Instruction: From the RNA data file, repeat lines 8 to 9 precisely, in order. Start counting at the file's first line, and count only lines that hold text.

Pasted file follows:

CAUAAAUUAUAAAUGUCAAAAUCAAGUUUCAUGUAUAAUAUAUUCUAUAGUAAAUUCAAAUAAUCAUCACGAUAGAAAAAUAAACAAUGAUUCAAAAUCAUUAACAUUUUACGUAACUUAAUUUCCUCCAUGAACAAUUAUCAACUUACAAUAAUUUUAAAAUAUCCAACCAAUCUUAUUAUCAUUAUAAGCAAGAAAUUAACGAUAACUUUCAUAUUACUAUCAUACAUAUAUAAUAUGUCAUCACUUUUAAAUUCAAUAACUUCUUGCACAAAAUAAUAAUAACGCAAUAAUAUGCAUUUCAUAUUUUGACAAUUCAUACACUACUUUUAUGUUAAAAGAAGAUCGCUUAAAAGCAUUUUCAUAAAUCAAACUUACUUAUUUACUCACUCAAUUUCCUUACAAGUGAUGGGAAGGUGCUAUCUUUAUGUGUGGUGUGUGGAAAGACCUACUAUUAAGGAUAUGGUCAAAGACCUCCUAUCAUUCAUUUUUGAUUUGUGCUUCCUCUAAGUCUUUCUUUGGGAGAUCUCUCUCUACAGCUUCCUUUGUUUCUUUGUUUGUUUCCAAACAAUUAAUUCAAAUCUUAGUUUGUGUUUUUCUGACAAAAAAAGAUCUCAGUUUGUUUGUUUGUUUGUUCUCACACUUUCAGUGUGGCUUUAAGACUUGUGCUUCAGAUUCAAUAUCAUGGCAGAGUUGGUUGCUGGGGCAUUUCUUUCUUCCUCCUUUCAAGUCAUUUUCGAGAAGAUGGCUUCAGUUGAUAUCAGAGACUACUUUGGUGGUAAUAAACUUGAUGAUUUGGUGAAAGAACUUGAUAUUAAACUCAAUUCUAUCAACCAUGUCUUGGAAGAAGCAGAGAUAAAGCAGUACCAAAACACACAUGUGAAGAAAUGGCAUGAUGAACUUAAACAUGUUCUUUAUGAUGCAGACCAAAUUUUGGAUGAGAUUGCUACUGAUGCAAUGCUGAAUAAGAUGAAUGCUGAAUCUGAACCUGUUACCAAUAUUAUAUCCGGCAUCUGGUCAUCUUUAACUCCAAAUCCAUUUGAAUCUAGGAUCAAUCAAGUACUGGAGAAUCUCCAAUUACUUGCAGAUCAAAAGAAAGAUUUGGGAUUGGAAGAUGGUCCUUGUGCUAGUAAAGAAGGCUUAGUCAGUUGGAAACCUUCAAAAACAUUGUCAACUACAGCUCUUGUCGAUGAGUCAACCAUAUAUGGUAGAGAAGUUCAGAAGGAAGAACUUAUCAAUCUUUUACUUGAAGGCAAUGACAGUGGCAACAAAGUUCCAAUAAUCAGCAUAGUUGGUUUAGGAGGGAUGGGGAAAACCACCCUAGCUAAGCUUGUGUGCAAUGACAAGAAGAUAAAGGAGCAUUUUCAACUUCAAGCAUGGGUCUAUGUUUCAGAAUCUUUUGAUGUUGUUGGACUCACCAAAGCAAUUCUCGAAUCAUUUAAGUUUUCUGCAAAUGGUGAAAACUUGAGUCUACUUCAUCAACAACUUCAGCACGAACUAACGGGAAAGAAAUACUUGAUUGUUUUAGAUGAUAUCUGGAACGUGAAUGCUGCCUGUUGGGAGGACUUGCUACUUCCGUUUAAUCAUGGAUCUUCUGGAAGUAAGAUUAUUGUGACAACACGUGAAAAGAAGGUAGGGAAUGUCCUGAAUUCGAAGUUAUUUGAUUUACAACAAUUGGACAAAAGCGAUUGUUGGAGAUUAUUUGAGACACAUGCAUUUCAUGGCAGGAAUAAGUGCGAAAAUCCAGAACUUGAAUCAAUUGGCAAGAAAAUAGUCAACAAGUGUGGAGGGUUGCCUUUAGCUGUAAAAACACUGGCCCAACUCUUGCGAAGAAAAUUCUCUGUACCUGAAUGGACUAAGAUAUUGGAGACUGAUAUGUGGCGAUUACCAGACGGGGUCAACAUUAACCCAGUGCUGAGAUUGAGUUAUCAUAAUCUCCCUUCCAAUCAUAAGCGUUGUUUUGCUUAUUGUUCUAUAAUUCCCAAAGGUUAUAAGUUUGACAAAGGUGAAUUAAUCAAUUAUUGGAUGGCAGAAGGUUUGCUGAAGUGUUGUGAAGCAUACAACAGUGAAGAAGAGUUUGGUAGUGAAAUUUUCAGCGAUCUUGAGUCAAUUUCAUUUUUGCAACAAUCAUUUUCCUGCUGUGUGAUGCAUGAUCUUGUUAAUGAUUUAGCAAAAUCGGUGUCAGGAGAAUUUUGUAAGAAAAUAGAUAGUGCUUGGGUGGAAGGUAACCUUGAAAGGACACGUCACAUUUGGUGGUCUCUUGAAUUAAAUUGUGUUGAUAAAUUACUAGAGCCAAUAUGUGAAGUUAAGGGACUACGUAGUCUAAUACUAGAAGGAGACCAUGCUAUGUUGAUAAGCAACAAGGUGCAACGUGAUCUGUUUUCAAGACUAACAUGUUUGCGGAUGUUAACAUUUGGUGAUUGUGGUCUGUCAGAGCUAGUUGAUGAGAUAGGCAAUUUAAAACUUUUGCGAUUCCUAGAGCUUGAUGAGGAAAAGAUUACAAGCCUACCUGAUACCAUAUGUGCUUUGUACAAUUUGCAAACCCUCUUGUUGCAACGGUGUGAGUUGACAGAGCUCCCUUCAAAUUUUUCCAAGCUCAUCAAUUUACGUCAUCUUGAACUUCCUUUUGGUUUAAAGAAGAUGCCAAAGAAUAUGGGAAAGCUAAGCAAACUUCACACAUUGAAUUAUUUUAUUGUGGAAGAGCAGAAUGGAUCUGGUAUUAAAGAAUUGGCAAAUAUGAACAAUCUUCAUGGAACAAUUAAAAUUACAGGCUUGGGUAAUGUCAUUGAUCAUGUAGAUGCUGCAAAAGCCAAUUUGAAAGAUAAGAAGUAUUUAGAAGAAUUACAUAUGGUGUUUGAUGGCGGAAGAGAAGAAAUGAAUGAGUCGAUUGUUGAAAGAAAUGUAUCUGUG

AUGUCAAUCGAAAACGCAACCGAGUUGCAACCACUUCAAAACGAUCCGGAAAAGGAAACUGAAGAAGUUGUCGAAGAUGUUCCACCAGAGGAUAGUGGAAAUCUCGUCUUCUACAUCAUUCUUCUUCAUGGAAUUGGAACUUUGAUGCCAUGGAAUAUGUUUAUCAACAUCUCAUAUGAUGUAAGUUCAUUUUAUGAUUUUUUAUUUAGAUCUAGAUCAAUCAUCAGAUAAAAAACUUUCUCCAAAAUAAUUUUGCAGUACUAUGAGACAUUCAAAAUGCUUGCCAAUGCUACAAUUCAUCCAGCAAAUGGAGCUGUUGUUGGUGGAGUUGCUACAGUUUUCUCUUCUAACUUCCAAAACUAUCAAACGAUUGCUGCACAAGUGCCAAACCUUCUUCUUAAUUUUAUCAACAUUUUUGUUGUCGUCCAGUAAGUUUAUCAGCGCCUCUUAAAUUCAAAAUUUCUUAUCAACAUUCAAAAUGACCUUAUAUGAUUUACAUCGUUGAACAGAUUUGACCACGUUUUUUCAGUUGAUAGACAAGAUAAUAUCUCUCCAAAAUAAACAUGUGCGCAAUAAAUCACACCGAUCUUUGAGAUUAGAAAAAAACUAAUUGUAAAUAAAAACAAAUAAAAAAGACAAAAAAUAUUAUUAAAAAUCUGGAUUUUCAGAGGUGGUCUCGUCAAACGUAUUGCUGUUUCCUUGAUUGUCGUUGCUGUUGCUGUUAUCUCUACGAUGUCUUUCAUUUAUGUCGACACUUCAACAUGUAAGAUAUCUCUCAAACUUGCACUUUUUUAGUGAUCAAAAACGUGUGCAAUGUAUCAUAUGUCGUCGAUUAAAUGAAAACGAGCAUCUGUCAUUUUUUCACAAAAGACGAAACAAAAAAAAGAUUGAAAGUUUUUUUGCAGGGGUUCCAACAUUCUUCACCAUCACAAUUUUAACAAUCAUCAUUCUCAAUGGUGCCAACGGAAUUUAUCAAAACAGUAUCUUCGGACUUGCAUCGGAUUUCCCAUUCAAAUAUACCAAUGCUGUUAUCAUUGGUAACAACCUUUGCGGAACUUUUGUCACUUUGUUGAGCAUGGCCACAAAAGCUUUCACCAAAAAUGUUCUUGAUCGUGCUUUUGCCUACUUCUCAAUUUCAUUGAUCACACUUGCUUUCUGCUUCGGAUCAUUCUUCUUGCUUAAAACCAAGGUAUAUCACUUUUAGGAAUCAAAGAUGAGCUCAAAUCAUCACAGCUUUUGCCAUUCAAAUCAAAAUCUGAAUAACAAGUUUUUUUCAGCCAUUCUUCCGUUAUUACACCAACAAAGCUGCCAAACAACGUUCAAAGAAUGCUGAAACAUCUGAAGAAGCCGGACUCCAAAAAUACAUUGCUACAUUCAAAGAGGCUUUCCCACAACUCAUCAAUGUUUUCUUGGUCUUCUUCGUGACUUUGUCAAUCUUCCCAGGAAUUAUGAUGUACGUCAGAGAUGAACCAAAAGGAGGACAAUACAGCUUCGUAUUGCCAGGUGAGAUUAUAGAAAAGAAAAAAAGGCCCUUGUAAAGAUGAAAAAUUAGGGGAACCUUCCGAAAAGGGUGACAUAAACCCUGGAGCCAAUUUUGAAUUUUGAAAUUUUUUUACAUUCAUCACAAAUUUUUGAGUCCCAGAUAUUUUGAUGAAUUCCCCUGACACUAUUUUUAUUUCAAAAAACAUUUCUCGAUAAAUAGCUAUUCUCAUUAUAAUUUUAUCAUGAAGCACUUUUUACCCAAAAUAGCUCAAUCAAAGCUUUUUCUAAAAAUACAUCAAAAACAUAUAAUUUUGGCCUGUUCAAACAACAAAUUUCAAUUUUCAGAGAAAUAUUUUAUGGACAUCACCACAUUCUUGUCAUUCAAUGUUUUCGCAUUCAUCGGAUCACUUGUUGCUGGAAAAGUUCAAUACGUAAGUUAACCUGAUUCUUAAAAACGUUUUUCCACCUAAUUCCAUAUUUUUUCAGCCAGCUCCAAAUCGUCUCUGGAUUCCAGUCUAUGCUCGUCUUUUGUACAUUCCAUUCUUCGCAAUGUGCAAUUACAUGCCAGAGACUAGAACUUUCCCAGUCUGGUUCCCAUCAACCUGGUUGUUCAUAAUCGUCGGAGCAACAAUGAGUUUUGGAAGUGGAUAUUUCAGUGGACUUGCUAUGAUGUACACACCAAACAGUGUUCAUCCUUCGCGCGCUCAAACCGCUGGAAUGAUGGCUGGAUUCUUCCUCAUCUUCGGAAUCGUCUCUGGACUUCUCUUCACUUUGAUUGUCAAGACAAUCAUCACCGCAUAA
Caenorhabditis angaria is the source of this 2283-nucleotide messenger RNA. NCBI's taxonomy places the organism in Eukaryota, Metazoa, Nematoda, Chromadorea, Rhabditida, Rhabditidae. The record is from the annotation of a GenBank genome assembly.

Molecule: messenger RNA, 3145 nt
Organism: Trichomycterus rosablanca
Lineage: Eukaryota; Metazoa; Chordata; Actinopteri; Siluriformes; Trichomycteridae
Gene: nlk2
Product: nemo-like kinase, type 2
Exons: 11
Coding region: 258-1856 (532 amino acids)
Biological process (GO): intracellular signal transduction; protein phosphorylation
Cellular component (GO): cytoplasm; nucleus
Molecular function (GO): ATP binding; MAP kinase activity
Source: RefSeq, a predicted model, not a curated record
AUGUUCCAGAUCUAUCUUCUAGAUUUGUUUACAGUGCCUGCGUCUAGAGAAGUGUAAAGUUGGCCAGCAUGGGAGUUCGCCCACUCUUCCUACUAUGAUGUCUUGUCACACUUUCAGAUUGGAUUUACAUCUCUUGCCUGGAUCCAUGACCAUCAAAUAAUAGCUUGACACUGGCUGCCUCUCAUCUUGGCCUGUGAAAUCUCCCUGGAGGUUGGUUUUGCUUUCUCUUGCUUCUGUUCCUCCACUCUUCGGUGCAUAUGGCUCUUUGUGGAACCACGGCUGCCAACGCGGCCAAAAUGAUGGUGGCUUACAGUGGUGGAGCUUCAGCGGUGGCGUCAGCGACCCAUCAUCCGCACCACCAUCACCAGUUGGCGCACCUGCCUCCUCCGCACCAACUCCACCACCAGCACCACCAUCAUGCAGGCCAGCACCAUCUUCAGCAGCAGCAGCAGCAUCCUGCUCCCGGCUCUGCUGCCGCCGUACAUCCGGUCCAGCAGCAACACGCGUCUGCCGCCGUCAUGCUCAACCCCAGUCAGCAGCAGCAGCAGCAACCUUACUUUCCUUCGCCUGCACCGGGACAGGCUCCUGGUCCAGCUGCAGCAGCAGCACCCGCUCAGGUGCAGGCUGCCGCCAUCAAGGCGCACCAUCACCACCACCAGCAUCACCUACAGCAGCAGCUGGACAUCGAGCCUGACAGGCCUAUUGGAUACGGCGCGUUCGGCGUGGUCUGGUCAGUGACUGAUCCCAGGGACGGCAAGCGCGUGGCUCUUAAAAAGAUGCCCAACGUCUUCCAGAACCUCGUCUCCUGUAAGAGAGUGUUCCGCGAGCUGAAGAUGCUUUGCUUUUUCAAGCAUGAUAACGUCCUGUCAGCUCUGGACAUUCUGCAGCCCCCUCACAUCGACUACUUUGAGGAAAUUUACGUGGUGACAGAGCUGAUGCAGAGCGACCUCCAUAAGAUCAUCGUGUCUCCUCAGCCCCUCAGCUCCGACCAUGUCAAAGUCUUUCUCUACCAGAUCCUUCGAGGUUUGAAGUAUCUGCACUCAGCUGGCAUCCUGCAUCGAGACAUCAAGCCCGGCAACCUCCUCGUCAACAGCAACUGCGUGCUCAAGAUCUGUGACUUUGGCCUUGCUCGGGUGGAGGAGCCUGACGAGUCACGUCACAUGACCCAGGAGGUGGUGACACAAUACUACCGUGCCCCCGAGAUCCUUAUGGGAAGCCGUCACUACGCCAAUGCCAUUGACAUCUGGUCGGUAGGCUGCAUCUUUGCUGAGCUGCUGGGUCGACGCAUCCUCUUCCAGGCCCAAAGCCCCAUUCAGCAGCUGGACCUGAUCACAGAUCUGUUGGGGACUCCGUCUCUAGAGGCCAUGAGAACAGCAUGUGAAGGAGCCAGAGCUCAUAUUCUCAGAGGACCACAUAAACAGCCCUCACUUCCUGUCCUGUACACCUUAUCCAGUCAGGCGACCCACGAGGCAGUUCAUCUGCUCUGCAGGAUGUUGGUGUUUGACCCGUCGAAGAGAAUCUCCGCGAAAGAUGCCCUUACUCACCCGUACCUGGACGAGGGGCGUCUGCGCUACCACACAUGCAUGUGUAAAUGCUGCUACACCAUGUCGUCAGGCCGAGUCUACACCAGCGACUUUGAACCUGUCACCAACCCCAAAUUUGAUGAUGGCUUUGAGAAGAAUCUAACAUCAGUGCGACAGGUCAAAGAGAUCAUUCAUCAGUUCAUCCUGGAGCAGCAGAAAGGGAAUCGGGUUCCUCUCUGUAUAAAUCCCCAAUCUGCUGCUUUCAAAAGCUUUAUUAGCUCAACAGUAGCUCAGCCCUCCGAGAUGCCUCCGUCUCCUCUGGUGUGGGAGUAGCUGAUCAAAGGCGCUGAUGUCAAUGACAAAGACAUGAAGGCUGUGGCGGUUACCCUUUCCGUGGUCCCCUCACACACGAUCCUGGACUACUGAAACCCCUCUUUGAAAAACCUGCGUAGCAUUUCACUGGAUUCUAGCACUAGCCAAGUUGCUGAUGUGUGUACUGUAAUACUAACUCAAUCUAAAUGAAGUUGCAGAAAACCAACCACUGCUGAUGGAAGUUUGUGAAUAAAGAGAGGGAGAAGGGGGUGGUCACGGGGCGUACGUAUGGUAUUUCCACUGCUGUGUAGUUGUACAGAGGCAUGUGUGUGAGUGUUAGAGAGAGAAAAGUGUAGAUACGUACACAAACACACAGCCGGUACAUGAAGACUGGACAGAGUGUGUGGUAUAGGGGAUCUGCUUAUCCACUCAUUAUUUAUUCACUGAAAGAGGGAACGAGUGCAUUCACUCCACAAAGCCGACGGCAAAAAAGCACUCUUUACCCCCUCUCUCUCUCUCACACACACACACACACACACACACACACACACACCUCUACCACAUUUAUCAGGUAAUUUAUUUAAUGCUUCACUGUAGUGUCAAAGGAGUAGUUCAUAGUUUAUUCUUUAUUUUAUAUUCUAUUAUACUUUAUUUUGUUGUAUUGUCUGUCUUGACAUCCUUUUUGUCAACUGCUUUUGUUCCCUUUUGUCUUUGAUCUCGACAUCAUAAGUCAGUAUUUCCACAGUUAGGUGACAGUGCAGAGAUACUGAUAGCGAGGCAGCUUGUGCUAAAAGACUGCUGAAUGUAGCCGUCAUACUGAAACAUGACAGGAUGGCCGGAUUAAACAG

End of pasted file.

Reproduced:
Product: nemo-like kinase, type 2
Exons: 11